Families in Canada to benefit from innovative early learning and child care practices
July 4, 2023 Vancouver, British Columbia Employment and Social Development Canada
The early learning and child care sector continues to evolve in increasingly complex and challenging environments. Identifying innovative practices and solutions that better address the essential needs of children, families, and early childhood educators (ECEs) is key to continuing to improve early learning and child care services across Canada.
Today, Parliamentary Secretary, Ya’ara Saks, on behalf of the Minister of Families, Children and Social Development, Karina Gould, announced funding for two projects through the Early Learning and Child Care Innovation Program.
The University of British Columbia is receiving a total of $239,765 in federal funding over 24 months, effective January 2023, for their project titled Professional Development for ELCC Workers Through an Indigenous-ECE Massive Open Online Course (MOOC). This project focuses on providing early childhood educators with professional development opportunities to receive training on incorporating Indigenous perspectives, worldviews and pedagogies into early learning and child care environments through the development of an online course. The goal is that by widely offering this free online training across Canada, more ECEs will have these critical skills. This means that more Indigenous families and children will have access to affordable, culturally appropriate early learning and child care.
The Government of Canada is also investing $241,105 over 24 months to support the Coalition of Child Care Advocates of BC’s project, Exploring the provision of flexible child care within BC’s new universal child care system project, effective March 1, 2023. This project will be conducting research by gathering knowledge, reviewing existing methodologies and tools, assessing child care operating models and reporting on the needs for flexible child care options as an innovative approach to better support families working non-standard hours in British Columbia. This research aims to address the real challenges that parents working non-standard hours face in finding and maintaining reliable, affordable child care that meets their needs. It will ensure that, as governments build their affordable child care systems, the needs of those parents are considered and built into the system from the start.
Building an inclusive Canada-wide early learning and child care system for children and families from diverse populations in every region of the country is a key part of the Government of Canada’s plan to make life more affordable for families while also creating good jobs and growing the economy. The early childhood education workforce is critical to the success of a Canada-wide system and is key to Canada’s economic prosperity.
“Innovative practices can help develop solutions that better meet the needs of children across the country. These projects will strengthen high-quality child care and programming so all children can have the best possible start in life.”
– Minister of Families, Children and Social Development, Karina Gould
“With generous funding from Employment and Social Development Canada, our project will be able to provide early childhood educators across Canada with professional development training in how to incorporate Indigenous perspectives, worldviews and pedagogies into early learning and child care (ELCC) environments. Through this training, not only are we able to further implement Canada’s Truth and Reconciliation Call to Action to develop culturally appropriate early childhood education programs for Aboriginal families, we are able to create safe and supportive learning environments, programs and services for all children.”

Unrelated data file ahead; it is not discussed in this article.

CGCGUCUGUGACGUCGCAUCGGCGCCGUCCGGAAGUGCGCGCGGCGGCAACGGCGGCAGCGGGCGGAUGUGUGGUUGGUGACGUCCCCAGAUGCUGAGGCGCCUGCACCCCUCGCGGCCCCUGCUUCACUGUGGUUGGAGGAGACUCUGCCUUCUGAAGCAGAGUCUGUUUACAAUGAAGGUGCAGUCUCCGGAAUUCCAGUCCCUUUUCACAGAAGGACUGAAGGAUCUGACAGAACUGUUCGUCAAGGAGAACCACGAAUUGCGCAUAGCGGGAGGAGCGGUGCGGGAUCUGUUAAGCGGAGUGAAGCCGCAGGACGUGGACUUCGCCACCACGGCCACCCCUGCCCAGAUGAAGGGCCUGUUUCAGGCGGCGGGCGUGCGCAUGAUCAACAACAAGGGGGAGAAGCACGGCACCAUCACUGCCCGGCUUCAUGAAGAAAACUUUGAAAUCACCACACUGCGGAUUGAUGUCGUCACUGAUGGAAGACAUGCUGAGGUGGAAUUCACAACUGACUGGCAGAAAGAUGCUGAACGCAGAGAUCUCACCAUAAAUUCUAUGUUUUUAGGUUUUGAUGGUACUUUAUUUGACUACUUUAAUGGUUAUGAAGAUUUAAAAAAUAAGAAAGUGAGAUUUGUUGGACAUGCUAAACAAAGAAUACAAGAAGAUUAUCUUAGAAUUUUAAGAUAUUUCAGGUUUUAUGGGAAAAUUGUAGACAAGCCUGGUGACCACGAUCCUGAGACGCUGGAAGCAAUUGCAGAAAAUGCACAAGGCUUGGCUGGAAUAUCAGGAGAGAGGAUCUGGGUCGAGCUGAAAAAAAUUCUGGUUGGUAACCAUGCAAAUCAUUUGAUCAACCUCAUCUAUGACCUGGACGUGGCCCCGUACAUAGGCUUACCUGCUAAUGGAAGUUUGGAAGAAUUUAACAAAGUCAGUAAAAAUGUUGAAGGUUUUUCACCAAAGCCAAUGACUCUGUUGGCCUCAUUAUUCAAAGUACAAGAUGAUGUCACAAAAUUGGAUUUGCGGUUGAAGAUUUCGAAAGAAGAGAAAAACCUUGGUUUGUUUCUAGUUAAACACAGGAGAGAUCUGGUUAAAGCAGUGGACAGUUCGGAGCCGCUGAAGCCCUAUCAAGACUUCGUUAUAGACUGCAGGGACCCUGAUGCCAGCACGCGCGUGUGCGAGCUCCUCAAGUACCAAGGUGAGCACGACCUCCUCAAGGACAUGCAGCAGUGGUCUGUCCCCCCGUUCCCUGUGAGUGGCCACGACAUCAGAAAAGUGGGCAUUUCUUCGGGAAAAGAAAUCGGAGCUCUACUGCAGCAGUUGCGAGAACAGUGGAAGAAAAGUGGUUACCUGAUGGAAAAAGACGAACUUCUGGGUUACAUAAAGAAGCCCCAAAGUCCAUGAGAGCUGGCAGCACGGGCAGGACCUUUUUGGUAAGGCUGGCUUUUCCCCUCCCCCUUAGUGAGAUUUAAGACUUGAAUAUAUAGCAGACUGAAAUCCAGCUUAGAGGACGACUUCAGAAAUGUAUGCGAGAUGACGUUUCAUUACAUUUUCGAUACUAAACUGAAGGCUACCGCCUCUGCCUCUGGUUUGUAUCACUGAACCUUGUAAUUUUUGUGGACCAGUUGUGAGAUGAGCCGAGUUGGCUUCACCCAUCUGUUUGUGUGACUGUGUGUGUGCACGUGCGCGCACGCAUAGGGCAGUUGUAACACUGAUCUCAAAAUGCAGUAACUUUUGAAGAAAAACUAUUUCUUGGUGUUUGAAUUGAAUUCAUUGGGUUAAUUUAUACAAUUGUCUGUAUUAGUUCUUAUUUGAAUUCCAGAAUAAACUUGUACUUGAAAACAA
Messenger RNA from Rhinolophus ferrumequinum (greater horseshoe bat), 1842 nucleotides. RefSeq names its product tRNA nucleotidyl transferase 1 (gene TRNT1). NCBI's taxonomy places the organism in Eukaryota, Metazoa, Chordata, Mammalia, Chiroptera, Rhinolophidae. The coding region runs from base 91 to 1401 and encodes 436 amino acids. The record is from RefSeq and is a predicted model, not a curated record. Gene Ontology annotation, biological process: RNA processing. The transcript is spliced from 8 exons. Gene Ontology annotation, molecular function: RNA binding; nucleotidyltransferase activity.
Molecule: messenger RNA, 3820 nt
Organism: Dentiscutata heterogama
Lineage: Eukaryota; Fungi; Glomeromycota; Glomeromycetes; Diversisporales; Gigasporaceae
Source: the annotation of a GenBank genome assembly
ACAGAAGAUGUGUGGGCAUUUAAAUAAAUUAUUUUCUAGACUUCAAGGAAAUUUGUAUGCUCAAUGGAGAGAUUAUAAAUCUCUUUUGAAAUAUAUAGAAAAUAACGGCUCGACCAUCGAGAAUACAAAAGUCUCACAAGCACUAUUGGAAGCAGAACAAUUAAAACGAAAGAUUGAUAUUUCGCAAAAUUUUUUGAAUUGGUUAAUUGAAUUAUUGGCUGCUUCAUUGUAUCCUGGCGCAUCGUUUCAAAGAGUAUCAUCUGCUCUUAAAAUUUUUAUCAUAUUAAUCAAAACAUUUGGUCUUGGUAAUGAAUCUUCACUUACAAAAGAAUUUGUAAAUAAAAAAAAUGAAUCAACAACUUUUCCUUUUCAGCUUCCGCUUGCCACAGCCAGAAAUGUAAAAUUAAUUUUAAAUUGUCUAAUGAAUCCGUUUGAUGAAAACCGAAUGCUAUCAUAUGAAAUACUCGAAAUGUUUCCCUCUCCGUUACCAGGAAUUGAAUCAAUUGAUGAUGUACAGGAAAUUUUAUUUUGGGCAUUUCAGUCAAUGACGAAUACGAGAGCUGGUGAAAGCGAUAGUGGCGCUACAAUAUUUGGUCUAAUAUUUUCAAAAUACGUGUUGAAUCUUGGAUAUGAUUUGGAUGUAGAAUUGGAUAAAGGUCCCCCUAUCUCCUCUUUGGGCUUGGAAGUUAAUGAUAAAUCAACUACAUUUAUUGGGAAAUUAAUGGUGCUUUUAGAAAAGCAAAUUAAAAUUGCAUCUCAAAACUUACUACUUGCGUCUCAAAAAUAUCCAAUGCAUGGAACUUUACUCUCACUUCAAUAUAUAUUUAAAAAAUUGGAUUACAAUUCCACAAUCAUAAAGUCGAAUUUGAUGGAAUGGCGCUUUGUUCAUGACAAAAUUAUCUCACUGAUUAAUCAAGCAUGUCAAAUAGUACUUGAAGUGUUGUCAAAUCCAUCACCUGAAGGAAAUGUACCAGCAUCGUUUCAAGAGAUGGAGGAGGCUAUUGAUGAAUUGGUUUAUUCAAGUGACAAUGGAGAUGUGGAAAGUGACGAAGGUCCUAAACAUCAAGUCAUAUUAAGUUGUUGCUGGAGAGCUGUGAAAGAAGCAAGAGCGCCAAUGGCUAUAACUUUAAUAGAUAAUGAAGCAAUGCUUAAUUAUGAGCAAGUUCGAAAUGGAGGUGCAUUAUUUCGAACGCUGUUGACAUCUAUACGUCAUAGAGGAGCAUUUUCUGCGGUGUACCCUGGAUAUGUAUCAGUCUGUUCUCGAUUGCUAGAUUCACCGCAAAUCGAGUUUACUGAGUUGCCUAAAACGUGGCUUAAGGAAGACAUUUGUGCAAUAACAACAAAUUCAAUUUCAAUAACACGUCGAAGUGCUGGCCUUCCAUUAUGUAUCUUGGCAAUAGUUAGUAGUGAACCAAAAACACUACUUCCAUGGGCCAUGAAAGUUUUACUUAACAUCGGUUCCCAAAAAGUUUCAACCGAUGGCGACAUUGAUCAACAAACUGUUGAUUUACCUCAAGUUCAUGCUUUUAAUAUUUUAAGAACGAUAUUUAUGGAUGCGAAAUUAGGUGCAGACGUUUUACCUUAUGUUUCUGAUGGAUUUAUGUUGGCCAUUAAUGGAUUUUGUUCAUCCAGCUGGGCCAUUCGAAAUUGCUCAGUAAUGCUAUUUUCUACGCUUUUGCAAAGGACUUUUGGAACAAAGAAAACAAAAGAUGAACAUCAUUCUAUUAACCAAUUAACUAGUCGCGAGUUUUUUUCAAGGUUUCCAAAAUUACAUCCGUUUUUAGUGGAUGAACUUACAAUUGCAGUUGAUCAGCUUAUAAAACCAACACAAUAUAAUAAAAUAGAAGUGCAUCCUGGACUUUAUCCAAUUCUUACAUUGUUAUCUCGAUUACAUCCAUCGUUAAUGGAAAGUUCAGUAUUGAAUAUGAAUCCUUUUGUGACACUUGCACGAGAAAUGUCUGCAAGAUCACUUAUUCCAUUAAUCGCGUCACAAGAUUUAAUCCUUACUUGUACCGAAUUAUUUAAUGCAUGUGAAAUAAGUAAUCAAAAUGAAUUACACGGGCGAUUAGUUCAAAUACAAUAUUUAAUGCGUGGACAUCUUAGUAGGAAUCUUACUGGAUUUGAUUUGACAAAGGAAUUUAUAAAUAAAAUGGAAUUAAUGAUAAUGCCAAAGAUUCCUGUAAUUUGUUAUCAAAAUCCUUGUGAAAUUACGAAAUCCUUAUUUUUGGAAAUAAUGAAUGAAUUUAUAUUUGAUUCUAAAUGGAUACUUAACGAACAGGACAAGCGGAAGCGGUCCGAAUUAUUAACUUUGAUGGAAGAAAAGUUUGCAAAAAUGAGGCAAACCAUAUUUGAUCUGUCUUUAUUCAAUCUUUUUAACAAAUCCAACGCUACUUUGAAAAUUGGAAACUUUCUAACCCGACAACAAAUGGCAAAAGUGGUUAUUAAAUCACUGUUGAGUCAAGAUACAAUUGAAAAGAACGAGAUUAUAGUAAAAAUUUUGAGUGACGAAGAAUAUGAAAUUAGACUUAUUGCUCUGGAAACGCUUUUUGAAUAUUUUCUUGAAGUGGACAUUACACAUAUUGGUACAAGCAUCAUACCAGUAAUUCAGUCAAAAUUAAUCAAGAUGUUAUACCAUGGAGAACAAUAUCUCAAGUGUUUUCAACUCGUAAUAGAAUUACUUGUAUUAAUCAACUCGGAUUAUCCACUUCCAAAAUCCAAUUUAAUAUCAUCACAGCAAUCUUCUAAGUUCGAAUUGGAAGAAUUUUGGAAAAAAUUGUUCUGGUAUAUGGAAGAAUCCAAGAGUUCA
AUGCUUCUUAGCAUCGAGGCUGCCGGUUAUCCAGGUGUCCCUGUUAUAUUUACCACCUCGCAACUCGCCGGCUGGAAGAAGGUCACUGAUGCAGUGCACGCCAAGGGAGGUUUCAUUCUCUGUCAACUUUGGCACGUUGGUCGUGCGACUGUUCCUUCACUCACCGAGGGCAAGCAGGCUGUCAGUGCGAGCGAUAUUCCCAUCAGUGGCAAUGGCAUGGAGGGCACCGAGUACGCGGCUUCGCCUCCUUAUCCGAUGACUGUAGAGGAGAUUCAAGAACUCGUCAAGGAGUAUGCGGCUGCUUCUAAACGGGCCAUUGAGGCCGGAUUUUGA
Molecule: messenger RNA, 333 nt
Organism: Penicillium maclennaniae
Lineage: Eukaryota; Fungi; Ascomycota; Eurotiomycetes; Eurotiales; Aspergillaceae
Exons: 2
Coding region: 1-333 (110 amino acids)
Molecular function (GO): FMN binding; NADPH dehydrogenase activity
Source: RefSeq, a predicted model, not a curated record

– Dr. Jan Hare, Dean (pro tem), Faculty of Education, University of British Columbia
“With funding from Employment and Social Development Canada, the Coalition of Child Care Advocates of BC embarks on a 2-year project to assess, and detail the need for flexible child care options within the expanding $10aDay child care system in British Columbia. Flexible child care options are necessary to support families working non-standard hours, outside of Monday to Friday 9am-5pm, including shift workers, and those working from home post-pandemic. The project will provide recommendations and models for an increased capacity to provide flexible child care options in BC.”
– Sara Langlois, Board Member, Coalition of Child Care Advocates of British Columbia
The Early Learning and Child Care Innovation Program supports innovative practices that strengthen the changing nature of early learning and child care.
The Early Learning and Child Care Innovation Program supports the exploration, testing and development of innovative approaches to support children and families’ access to high-quality, affordable, flexible and inclusive early learning and child care programs and services across the country.
The results of this project will contribute to a pool of knowledge and expertise, such as best practices, tools, models and approaches that will have the potential to be replicated, scaled and adapted in other communities and regions across Canada.
Budgets 2016 and 2017 provided funding of $7.5 billion over 11 years for early learning and child care. Of this amount, $100 million is being dedicated to early learning and child care innovation.
Investments in child care will benefit everyone across Canada. Studies show that for every dollar invested in early childhood education, the broader economy receives between $1.50 and $2.80 in return.
Office of the Minister of Families, Children and Social Development, Karina Gould
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